If it's a type of JPEG which cannot be losslessly rotated (e.g. due to the width or height not being a multiple of 8), then rotating the image data will require re-compressing it, which may increase the size because it isn't the same data that was originally compressed, and the command is also using QUALITY=100 which will produce fairly large files. (Recompressing a JPEG will also reduce the quality, since it's lossy compression being applied to something that's already gone through a lossy compression.)

ok, thanks. understood.

Remember that JPEG is always lossy. Setting the quality to a 100 doesn't make it lossless. Essentially what you get is all the negatives of lossy compression, and little to none of the benefits of actual compression - because as mentioned it actually can increase te size.

This is likely due to the fact that saving the image with lossy compression creates artifacts, so the next time you save the image with maximum quality again it actually tries to preserve these new artifacts like they're actual detail. But in most cases it's probably just the original image that was saved at a quality less than a 100 in the first place.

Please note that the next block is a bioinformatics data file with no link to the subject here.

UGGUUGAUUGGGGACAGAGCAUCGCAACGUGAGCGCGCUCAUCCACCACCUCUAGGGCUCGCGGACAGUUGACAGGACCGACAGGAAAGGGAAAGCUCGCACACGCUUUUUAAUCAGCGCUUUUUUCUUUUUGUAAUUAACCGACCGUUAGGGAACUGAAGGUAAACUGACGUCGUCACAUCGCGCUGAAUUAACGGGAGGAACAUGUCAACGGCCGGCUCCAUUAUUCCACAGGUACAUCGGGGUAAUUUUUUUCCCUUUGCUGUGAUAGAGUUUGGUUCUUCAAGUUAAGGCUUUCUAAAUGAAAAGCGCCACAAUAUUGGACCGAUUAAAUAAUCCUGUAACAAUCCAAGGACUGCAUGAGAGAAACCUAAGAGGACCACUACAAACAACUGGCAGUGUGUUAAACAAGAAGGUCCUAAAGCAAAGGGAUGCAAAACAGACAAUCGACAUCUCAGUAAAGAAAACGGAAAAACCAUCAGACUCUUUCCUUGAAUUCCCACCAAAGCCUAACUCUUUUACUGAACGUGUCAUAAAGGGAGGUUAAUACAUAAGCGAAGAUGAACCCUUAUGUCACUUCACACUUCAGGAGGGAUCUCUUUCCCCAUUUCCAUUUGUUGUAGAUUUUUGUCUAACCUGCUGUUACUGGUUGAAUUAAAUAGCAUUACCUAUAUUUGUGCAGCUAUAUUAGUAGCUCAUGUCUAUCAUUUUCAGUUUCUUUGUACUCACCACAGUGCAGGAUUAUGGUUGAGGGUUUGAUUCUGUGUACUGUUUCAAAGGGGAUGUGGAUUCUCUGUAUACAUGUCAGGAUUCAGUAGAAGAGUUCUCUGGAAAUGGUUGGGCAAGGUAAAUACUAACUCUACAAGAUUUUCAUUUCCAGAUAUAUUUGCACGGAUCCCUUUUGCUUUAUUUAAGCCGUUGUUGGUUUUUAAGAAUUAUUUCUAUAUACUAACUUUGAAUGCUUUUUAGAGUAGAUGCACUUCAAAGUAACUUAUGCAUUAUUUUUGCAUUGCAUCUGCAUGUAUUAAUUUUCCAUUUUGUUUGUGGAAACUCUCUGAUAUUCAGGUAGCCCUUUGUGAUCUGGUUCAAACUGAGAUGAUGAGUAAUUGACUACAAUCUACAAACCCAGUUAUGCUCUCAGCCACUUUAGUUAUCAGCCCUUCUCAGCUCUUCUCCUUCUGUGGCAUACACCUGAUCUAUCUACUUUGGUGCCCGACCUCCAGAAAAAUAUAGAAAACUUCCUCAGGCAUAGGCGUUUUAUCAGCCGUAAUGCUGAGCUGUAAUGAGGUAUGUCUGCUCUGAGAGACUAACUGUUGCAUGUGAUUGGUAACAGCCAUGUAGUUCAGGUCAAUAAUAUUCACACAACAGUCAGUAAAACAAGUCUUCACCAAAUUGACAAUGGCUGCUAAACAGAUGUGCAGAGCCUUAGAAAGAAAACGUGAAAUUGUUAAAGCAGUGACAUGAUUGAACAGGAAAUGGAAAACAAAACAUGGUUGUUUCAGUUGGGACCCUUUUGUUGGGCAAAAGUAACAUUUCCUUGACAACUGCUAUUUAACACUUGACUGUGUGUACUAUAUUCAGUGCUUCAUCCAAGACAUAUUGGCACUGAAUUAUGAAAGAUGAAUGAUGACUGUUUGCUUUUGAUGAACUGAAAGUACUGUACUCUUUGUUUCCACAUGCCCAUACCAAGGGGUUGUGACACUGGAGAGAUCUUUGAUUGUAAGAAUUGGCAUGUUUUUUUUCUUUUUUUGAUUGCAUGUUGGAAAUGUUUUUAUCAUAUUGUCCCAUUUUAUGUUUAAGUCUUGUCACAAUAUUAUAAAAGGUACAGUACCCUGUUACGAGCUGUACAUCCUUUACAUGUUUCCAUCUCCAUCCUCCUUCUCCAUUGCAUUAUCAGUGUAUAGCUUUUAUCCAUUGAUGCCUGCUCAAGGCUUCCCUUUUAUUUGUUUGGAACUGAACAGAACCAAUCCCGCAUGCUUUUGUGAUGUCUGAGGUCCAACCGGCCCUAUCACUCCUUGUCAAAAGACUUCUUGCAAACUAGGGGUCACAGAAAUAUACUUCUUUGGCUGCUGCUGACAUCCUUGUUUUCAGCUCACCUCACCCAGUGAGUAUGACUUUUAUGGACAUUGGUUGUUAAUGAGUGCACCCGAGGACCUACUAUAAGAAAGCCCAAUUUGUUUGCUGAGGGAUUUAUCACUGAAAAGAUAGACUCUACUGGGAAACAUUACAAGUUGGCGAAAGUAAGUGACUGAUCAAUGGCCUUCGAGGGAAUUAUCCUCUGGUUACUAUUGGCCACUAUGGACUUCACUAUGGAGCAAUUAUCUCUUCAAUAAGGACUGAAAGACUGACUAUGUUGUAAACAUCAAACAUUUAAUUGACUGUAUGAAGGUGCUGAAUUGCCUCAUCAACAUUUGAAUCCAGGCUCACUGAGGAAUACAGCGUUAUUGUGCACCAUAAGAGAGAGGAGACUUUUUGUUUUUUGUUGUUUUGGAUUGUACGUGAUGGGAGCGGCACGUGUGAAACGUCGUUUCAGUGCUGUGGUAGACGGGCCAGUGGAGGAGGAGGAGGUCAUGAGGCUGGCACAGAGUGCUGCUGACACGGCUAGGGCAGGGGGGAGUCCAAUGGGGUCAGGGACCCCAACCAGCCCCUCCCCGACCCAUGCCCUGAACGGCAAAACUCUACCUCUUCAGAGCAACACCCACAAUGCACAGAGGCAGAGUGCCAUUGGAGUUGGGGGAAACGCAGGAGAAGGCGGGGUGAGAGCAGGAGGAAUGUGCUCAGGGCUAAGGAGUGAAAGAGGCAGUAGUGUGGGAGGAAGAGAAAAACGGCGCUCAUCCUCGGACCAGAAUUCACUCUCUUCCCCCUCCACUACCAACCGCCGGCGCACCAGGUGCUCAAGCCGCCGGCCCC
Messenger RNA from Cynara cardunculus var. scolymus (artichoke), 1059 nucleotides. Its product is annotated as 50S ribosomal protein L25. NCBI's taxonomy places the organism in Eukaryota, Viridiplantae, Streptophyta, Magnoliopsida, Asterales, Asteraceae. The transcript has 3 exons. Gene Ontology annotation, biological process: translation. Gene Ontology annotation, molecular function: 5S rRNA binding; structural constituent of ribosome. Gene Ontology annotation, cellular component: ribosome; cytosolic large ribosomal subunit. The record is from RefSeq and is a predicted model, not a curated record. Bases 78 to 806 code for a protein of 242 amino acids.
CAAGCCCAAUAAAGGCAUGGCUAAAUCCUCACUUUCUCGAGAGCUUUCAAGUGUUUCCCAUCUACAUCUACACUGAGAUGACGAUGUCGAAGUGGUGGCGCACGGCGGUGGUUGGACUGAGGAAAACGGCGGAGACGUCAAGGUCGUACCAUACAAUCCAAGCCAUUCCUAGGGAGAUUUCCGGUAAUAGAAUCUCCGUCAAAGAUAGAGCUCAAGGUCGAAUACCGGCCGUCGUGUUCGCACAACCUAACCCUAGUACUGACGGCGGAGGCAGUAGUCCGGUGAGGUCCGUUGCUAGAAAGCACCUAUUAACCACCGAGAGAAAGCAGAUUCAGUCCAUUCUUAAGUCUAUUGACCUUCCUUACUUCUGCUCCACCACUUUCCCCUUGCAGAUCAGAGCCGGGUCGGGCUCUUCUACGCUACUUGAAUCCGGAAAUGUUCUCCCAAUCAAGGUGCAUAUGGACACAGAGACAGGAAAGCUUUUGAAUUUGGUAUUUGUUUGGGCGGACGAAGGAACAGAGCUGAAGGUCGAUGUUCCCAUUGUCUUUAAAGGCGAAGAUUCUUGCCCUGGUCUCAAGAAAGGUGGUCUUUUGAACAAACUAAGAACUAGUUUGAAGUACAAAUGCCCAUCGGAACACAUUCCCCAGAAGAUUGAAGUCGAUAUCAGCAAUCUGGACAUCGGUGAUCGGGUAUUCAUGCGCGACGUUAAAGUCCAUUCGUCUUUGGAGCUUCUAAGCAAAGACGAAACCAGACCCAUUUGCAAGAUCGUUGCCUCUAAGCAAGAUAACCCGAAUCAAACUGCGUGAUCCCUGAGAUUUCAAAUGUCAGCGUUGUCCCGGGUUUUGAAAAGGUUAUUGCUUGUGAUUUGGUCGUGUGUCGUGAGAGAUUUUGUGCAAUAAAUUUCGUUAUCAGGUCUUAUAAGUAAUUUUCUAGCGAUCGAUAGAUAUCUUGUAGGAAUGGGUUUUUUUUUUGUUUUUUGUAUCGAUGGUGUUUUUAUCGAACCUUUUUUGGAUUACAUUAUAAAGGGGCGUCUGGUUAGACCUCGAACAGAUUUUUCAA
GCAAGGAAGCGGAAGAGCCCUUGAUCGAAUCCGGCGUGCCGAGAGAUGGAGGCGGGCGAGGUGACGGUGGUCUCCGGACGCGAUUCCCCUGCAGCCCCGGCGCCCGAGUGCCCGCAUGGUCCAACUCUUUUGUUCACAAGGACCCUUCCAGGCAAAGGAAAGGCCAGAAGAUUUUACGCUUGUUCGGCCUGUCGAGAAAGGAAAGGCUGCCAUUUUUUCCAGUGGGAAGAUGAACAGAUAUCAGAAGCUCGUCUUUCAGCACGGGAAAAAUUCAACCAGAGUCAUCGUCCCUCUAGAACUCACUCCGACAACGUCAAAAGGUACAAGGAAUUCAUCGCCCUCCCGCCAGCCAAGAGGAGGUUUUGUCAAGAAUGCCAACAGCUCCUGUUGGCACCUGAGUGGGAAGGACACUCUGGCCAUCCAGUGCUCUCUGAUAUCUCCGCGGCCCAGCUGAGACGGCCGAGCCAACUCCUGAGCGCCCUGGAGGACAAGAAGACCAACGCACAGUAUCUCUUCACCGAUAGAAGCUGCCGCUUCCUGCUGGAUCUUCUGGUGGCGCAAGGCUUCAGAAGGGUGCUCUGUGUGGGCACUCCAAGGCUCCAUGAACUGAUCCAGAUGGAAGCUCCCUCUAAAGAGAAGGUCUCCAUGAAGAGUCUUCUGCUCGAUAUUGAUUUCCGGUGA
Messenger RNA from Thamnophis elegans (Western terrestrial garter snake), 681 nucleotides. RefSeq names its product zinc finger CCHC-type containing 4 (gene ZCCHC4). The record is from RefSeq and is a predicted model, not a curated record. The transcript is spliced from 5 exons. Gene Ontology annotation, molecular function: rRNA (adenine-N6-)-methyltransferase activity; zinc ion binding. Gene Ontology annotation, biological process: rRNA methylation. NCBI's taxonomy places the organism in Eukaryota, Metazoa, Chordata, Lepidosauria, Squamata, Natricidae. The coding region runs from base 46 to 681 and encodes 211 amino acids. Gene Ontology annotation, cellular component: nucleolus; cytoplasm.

Personally i find that quality 95 has good compression with practically no visible loss of quality. That is even if you were to compare them side by side at 100% size it'd be hard to spot. Usually you can get away with 90 if you don't plan on re-saving again. Otherwise use PNG for lossless compression - this makes them fairly large, but it is the smallest they can be while preserving the ability to save and re-save them without any loss of quality what-so-ever. It's way smaller than TIFF, and way-way smaller than BMP anyway.

JPEG rotation is not always lossy. Sometimes it can be done without reencoding the image. (Sometimes it is lossy, of course.)

Sorry i should have quoted, the reply was to the file size increasing with QUALITY=100, not the rotation